If you didn’t know that Burnley Miners’ Social Club is the world’s largest consumer of Bénédictine, then you obviously haven’t read That’s the Spirit! the latest book by Jonathan Ray, the drinks editor for The Spectator. In the book Ray looks at how some of the world’s most famous spirits brands came into being but also sheds some light on some of the more obscure beverages such as Tuaca, Bobby’s Schiedam Jenever, Ki No Bi Kyoto Dry Gin and Spirit of Hven Organic Summer Spirit – and also throws in some obscure morsels like the ‘Burnley Benedictine conundrum’ and how it came into being.
Hundreds of delegates gathered in Marseille for the 5th annual International Rosé Symposium. Celebrating sales success, the industry is dominated by Provence with its world-famous light pink wines, but there are clouds on the horizon, with climate change and water shortages forcing producers to embrace change, as David Kermode reports.
Three years after its inaugural international conference to celebrate its staple grape, Sauvignon Blanc, the New Zealand Wine initiative Sauvignon 2019 opened yesterday in Blenheim with two contrasting views as to the direction of its future – should it ape the Champagne model of blending with added single site expressions or look to Rioja or the Rhône for its inspiration?
As a younger wine drinking generation starts to move away from the wines their parents used to drink – in the search for quality and value – so the wines of the New Old World like Hungary and Bulgaria, plus wines from new emerging regions such as India and Uruguay, are ready to take up the slack. Justin Keay, a specialist in these ‘Grape Unknown’ wines, argues that it is not only the UK on-trade that is already benefitting but also the larger importers who are muscling in on the trend – indicating that this is going to be more than just a passing fad.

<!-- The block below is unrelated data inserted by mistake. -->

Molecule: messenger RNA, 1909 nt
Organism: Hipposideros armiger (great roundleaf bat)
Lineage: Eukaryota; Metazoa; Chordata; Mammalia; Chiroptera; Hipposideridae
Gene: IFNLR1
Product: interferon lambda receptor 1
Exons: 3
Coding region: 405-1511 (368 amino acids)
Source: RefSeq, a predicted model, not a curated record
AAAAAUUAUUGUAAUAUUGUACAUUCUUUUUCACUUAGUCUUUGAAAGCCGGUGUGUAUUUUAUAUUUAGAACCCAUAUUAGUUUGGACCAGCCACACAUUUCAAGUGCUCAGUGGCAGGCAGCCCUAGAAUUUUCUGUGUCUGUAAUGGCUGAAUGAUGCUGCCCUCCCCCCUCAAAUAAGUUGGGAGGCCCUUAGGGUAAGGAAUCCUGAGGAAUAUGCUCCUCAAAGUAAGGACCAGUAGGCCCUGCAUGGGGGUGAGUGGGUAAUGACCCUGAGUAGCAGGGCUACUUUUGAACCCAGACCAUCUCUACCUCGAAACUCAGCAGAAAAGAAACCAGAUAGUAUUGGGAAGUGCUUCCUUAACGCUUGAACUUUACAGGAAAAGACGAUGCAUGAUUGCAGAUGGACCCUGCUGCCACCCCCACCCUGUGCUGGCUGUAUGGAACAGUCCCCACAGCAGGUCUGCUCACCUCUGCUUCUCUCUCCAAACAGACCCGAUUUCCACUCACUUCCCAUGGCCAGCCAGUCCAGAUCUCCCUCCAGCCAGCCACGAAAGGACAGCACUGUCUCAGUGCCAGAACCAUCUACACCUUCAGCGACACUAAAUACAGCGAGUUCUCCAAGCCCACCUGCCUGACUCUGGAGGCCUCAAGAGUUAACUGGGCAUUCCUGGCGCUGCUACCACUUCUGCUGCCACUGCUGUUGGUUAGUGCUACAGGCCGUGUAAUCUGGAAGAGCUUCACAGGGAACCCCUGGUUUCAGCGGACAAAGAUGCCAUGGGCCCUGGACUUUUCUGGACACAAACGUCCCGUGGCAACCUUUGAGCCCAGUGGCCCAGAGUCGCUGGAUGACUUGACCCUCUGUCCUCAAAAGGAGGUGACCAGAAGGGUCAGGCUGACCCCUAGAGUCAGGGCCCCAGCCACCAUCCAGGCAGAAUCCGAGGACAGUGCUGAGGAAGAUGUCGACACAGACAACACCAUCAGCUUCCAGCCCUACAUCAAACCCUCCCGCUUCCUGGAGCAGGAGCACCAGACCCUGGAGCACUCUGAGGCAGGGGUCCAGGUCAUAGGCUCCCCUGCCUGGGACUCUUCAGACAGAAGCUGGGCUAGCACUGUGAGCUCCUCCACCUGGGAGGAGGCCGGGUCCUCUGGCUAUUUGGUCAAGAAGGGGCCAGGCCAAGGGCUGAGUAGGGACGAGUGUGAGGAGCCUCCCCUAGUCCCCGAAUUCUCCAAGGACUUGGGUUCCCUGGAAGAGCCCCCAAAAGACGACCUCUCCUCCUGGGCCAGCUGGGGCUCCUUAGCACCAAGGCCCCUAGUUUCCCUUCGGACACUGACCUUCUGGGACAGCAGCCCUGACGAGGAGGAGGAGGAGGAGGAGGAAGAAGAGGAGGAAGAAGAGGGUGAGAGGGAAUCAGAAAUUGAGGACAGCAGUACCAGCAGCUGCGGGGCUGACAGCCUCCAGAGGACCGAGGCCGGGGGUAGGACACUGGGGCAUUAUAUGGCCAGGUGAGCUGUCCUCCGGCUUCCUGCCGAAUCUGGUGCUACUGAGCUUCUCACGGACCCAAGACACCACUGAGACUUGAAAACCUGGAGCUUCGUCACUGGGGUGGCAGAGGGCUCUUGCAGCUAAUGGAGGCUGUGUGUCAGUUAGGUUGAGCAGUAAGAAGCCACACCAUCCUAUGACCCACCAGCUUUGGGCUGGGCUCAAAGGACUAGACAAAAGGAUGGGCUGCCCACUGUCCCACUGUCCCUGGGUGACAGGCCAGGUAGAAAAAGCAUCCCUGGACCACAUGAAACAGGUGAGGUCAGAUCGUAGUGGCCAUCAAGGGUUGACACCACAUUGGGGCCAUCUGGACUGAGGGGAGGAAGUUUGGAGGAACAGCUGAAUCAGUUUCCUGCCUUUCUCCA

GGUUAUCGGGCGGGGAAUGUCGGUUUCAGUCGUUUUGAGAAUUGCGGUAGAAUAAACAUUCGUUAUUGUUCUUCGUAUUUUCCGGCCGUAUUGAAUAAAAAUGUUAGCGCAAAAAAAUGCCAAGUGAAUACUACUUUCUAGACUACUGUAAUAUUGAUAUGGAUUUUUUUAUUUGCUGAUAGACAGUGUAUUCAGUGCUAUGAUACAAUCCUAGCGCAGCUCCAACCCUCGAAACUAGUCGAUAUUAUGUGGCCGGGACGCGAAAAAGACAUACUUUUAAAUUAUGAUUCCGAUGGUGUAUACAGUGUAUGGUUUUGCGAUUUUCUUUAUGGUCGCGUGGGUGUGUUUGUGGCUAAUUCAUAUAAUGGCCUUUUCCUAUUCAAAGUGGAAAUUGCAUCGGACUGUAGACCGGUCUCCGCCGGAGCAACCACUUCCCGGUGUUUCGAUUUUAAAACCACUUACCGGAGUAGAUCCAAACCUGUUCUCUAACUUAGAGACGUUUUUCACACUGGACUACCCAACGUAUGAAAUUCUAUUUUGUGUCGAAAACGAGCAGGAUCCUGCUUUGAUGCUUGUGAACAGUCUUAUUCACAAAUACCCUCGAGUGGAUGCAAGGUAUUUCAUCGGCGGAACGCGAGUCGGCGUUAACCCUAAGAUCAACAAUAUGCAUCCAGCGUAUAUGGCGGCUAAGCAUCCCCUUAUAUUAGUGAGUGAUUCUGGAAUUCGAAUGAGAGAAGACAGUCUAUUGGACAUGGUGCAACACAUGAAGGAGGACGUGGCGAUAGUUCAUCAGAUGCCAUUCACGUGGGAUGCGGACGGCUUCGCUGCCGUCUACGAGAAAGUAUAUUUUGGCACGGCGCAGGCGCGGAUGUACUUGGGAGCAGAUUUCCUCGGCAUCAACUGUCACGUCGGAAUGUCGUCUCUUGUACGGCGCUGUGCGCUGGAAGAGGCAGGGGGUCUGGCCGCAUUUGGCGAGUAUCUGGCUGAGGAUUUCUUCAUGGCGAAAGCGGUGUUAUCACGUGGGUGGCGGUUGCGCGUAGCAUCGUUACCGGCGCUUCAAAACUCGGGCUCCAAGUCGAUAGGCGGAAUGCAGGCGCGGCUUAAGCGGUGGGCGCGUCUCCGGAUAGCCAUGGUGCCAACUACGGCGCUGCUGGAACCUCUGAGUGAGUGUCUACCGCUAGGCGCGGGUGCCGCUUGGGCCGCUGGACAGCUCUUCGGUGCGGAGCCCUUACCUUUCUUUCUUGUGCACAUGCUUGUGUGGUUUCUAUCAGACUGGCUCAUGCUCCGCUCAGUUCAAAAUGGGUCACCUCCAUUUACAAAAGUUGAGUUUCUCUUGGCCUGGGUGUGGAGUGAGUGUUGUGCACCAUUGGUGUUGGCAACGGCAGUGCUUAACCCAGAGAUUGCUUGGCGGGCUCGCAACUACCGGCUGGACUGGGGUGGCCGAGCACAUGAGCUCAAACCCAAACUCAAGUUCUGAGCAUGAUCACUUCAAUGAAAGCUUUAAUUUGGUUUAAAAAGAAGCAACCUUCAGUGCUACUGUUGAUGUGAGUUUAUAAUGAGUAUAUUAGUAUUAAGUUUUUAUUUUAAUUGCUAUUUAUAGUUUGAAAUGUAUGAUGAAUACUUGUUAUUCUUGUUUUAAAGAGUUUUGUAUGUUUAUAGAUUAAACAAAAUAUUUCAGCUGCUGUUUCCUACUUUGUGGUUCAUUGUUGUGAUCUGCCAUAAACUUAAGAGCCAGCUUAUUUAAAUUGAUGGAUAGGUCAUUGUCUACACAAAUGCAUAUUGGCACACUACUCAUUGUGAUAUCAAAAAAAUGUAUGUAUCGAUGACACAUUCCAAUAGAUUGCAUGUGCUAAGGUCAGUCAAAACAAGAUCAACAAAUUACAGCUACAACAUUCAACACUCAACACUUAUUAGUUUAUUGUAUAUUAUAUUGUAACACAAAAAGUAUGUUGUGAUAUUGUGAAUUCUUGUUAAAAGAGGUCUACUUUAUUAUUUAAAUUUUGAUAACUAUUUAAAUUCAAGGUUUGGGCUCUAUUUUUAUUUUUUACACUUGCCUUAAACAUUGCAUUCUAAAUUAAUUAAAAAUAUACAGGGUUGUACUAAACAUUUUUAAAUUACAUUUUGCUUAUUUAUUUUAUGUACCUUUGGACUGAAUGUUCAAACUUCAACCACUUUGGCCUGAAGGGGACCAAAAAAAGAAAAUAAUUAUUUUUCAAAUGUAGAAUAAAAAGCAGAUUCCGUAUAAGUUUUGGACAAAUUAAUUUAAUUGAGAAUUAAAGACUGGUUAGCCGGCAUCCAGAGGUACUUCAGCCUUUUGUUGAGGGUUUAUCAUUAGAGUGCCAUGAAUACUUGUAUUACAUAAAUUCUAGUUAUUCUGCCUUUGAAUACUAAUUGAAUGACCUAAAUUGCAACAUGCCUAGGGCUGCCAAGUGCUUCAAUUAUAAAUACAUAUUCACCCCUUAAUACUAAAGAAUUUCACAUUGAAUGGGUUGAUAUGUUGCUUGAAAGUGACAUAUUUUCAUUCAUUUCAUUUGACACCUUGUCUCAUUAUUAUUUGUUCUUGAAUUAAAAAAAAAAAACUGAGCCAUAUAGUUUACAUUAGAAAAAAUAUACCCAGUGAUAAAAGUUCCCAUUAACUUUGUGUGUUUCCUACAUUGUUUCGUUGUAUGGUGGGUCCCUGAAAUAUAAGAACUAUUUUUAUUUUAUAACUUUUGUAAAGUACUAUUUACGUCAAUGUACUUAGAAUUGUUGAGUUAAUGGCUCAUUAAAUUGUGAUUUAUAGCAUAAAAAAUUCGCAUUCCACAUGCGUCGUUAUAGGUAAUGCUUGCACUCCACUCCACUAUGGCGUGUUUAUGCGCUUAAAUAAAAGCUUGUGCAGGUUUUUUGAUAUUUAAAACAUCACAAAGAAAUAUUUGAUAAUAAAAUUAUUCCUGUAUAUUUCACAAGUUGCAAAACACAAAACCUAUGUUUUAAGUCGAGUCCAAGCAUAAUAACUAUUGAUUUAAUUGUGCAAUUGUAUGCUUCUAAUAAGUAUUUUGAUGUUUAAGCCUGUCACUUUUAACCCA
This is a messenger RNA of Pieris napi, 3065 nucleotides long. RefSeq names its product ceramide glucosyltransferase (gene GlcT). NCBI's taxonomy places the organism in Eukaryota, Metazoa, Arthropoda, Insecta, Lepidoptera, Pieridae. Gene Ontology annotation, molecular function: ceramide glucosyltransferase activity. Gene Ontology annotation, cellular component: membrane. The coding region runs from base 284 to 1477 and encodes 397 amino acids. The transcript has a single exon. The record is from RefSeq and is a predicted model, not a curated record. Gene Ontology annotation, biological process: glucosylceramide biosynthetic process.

Flavours of New Zealand, the trade and consumer showcase for New Zealand wine, picked Marlborough, Hawke’s Bay and Central Otago as three key focal regions – with organisers New Zealand Winegrowers keen to stress that New Zealand wine is no ‘one-trick’ pony. The events held in both London and Dublin demonstrated that New Zealand is a wine-producing country that is both diverse in region and varietal – and is capable of far more than producing one style of Sauvignon Blanc. Peter Dean reports.
Launching a new drinks brand can be hard: identifying a need in the market, and meeting it with a product that fills a gap to the right demographic… then it’s matching the branding to the proposition. And that’s just for starters. For drinks inventor David Gluckman, the man who put The Singleton and Baileys on the map, a new drinks brand cannot be all things to all people, it needs an edge – something that eliminates a large part of the population to focus a clearly-defined offering on a select few. That’s brave and that’s what will ultimately make a successful new brand… that sells.